Encyclopedia of Couple and Family Therapy

Living Edition
| Editors: Jay Lebow, Anthony Chambers, Douglas C. Breunlin

Latino/Latinas in Couple and Family Therapy

  • Celia Jaes Falicov
Living reference work entry
DOI: https://doi.org/10.1007/978-3-319-15877-8_429-1

Introduction

According to the U.S. Census Bureau, there were 57.5 million people in the U.S. that identified themselves as Hispanic or Latinos in 2015. Another 5.5 million were estimated to be unauthorized. Latinos accounted for 56% of the nation’s population growth from 2000 to 2010 and it is predicted that by 2050, there will be 132.8 million, about 30% of the U.S. population.

Latinos are immigrants or descendants of immigrants to the U.S. from a Spanish speaking Latin American country. Census statistics do not include Brazilians, who speak Portuguese, even though they come from Latin America. Latinos in the United States are a varied, heterogeneous population of immigrants from 19 countries diverse in geography, climate, history, politics, and cultural heritages. The percentages of the total Latino population from highest to lowest is: Mexicans (66.6%), Puerto Ricans (9.1%) Cubans (3.5%, Salvadorans (3.2%). Dominicans, (2.7%) Guatemalans (1.9%). Colombians (1.8%, Hondurans (1.2%)...

This is a preview of subscription content, log in to check access.

References

  1. Alegría, M., Mulvaney-Day, N., Torres, M., Polo, A., Cao, Z., & Canino, G. (2007). Prevalence of psychiatric disorders across Latino subgroups in the United States. American Journal of Public Health, 97(1), 68–75.CrossRefPubMedPubMedCentralGoogle Scholar
  2. Bernal, G., & Domenech Rodriguez, M. M. (2009). Advances in Latino family research: Cultural adaptations of evidence-based interventions. Family Process, 48(2), 169–178.CrossRefPubMedGoogle Scholar
  3. Boss, P. (1999). Ambiguous loss: Learning to live with unresolved grief. Cambridge, MA: Harvard University Press.Google Scholar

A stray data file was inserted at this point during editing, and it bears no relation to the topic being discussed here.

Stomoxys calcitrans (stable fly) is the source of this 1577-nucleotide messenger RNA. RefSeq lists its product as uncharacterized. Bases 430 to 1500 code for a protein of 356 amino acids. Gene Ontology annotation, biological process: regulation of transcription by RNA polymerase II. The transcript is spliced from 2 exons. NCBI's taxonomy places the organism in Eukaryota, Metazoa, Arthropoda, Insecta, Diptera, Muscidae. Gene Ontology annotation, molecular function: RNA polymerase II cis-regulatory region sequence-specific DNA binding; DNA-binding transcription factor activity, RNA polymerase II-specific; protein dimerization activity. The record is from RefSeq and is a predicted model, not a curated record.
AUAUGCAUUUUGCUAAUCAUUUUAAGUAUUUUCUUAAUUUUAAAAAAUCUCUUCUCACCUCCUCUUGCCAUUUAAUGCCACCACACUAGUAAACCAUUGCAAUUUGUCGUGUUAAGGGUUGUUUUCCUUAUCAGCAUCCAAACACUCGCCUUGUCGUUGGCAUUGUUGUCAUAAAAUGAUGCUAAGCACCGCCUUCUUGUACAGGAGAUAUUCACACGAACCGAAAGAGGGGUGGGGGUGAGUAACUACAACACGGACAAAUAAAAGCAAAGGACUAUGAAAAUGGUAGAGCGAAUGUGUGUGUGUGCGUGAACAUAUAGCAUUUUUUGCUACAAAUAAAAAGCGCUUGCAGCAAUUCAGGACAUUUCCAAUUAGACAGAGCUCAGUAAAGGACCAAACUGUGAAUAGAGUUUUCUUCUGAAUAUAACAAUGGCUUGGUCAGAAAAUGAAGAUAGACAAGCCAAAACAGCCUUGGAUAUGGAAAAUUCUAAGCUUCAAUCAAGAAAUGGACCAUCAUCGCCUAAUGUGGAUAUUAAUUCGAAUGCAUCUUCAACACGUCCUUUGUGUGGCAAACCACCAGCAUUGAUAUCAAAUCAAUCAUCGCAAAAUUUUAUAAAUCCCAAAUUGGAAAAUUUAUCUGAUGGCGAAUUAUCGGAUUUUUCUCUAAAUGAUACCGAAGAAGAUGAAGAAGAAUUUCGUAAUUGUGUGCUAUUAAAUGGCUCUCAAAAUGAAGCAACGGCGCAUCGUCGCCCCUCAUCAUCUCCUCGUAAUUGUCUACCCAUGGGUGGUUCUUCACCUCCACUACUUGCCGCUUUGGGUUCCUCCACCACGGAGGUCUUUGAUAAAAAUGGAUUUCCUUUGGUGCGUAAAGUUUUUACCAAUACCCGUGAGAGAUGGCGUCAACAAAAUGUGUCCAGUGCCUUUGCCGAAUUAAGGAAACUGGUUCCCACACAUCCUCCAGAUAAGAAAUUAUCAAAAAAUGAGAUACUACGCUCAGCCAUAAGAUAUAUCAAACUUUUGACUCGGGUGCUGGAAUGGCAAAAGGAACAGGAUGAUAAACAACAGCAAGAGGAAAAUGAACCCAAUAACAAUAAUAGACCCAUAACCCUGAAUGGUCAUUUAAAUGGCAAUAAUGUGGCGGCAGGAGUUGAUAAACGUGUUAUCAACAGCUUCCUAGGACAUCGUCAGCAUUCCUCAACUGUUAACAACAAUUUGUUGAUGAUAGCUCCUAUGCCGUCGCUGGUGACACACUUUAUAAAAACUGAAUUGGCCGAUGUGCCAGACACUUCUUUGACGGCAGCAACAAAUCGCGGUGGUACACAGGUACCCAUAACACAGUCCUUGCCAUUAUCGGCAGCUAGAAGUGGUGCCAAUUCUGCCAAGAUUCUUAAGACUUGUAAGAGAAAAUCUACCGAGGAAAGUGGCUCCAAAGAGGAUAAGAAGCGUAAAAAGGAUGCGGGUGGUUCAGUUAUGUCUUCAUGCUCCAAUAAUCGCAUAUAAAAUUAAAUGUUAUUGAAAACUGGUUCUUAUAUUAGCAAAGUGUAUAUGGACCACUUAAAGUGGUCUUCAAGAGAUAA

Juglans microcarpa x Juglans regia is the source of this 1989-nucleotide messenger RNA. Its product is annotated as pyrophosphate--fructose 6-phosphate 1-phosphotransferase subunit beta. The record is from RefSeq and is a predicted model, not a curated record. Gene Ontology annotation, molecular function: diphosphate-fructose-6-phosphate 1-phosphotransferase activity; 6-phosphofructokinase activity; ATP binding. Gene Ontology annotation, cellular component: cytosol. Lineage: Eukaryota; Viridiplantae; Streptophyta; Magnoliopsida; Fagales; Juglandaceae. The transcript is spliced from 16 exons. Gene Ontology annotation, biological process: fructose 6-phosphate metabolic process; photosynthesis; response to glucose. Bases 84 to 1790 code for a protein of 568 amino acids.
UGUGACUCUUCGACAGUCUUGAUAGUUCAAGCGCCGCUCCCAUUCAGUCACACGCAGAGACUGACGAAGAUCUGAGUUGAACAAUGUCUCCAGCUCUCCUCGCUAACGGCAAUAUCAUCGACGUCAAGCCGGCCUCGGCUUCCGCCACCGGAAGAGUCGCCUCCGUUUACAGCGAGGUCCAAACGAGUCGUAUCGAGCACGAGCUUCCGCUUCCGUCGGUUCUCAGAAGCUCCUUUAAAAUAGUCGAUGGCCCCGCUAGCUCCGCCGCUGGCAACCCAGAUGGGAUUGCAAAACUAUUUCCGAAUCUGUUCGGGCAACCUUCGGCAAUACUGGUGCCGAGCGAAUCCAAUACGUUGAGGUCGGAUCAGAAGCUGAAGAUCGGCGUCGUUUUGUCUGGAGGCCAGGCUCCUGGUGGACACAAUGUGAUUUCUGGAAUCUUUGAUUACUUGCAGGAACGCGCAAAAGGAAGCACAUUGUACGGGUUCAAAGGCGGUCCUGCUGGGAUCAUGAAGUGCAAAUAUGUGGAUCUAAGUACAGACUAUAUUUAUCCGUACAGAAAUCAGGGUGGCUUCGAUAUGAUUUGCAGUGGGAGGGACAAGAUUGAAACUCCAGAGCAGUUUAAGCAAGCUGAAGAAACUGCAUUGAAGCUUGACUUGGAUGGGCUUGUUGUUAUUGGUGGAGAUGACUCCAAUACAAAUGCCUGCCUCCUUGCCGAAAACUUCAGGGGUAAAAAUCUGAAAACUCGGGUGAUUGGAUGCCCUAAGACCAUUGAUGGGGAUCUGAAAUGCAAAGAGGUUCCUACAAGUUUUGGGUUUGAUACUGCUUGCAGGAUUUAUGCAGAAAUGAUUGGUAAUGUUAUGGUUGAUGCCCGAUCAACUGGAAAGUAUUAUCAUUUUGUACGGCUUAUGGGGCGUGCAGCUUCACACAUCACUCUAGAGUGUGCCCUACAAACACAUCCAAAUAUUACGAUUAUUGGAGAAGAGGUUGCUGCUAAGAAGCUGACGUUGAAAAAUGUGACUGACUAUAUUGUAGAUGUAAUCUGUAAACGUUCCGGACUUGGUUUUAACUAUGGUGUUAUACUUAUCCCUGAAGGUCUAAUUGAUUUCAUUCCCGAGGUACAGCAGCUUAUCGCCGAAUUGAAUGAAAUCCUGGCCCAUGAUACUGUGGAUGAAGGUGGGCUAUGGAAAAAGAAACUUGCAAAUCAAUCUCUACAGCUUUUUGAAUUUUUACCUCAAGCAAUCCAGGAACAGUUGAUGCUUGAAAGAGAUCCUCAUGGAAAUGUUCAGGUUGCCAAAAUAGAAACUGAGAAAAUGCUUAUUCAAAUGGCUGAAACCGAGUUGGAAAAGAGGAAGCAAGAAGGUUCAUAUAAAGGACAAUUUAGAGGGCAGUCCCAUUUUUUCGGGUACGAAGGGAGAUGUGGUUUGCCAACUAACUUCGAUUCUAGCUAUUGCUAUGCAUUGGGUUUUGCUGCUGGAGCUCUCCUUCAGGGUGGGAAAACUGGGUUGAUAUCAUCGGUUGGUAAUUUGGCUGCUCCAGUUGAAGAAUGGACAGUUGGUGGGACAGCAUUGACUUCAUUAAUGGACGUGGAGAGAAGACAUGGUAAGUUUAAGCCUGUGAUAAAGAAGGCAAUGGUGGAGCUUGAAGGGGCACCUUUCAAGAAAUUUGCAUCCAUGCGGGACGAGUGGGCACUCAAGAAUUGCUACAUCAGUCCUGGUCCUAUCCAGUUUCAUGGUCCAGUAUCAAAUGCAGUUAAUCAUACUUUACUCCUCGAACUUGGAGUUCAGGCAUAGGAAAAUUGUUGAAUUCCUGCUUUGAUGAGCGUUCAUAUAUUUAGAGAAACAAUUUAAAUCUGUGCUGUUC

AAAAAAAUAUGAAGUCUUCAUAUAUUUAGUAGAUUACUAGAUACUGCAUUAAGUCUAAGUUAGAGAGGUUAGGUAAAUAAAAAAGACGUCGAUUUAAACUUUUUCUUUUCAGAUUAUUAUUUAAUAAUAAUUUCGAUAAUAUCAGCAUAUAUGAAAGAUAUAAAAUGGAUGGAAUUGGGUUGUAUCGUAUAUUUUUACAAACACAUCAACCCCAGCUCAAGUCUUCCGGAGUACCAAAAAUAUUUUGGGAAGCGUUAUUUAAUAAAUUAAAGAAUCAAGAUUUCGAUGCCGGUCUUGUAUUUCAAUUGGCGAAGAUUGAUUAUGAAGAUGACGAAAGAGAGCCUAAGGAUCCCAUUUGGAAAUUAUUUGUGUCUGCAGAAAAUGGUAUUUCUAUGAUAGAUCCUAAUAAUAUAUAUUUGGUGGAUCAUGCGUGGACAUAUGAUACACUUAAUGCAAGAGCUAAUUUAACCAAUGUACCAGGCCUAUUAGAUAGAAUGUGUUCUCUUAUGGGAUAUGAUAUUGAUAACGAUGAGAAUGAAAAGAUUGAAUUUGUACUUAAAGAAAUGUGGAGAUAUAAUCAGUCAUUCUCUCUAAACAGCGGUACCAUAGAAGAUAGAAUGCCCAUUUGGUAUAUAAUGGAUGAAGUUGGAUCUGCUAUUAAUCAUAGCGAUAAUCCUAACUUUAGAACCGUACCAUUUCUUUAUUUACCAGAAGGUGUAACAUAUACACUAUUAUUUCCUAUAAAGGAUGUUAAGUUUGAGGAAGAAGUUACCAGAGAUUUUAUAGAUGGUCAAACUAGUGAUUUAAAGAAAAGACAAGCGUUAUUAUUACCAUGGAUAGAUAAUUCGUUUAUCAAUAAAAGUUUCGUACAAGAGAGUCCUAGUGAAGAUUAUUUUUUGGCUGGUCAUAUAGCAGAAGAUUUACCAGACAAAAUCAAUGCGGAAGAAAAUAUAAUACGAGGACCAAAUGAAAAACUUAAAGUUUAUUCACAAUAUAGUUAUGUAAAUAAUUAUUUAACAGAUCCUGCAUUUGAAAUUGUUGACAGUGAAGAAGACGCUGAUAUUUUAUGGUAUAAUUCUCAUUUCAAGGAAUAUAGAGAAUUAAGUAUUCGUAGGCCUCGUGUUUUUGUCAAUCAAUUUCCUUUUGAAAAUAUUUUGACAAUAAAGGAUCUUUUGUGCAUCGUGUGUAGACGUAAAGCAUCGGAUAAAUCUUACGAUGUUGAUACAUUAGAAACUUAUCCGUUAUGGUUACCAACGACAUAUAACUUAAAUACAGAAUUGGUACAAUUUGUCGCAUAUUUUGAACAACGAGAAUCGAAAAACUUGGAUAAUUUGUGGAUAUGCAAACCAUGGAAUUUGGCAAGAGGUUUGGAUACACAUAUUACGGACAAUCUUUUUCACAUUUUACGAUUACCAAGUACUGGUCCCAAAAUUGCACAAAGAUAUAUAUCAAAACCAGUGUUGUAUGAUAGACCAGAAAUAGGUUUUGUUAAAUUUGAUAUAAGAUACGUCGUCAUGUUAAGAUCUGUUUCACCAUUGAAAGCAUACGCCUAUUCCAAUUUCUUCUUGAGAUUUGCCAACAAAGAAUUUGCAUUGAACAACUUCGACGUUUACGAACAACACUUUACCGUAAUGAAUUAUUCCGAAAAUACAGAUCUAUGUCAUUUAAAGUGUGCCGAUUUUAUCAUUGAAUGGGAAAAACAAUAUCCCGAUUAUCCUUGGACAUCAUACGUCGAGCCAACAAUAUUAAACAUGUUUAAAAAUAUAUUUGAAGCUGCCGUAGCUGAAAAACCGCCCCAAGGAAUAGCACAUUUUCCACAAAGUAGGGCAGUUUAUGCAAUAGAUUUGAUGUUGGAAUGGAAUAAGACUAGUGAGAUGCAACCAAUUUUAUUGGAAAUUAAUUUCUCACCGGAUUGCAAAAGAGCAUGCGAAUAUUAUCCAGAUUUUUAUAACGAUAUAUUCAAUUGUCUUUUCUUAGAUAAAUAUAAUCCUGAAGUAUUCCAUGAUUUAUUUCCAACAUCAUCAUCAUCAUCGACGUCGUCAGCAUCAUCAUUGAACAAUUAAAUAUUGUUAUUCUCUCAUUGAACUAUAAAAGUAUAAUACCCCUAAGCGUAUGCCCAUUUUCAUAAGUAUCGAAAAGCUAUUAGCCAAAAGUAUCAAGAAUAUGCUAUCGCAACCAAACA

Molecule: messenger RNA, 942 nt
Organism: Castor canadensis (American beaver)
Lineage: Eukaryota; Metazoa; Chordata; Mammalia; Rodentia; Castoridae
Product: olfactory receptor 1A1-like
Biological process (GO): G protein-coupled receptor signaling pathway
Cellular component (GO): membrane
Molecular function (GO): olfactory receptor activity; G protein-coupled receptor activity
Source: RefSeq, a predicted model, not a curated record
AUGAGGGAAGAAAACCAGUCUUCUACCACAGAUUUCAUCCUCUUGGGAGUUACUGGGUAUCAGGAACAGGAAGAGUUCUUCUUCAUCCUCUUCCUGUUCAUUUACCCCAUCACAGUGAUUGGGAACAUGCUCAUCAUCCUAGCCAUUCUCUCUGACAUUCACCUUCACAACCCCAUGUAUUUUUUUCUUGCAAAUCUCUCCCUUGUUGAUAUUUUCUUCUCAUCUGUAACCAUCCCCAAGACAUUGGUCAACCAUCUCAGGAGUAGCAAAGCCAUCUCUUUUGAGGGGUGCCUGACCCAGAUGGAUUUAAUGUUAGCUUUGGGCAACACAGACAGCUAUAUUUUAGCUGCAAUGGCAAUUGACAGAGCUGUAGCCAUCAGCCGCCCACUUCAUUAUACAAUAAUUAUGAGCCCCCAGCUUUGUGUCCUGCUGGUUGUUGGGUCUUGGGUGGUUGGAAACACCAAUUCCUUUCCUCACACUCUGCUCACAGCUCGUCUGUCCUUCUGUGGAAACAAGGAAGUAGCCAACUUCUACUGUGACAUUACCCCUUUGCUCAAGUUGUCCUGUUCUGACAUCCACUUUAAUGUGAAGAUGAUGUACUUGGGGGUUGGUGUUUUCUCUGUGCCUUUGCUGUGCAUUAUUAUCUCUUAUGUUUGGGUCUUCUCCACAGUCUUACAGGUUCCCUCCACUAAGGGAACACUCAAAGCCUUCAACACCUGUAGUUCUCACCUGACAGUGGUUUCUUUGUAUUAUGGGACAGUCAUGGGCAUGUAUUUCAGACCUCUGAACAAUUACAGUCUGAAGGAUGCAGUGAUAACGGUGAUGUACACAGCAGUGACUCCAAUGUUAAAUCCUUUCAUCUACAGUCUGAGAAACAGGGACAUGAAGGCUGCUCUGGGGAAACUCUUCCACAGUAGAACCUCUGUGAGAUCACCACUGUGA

4. Calzada, E. J., Fernandez, Y., & Cortes, D. E. (2010). Incorporating the cultural value of respeto into a framework of Latino parenting. Cultural Diversity and Ethnic Minority Psychology, 16(1), 77–86.CrossRefPubMedPubMedCentralGoogle Scholar
  5. Coatsworth, J. D., Pantin, H., & Szapocznik, J. (2002). Families Unidas: A family-centered ecodevelopmental intervention to reduce risk for problem behavior among Hispanic adolescents. Clinical Child and Family Psychology Review, 5(2), 113–132.CrossRefPubMedGoogle Scholar
  6. Domenech Rodriguez, M. M., Donovick, M. R., & Crowley, S. L. (2009). Parenting styles in a cultural context: Observations of “protective parenting” in first-generation Latinos. Family Process, 48(2), 195–210.CrossRefPubMedGoogle Scholar
  7. Falicov, C. J. (2002). Ambiguous loss: Risk and resilience in Latino immigrant families. In M. Suarez-Orozco (Ed.), Latinos: Remaking America (pp. 274–288). Los Angeles: University of California Press.Google Scholar
  8. Falicov, C. J. (2007). Working with transnational immigrants: Expanding meanings of family, community and culture. Family Process, 46, 157–172.CrossRefPubMedGoogle Scholar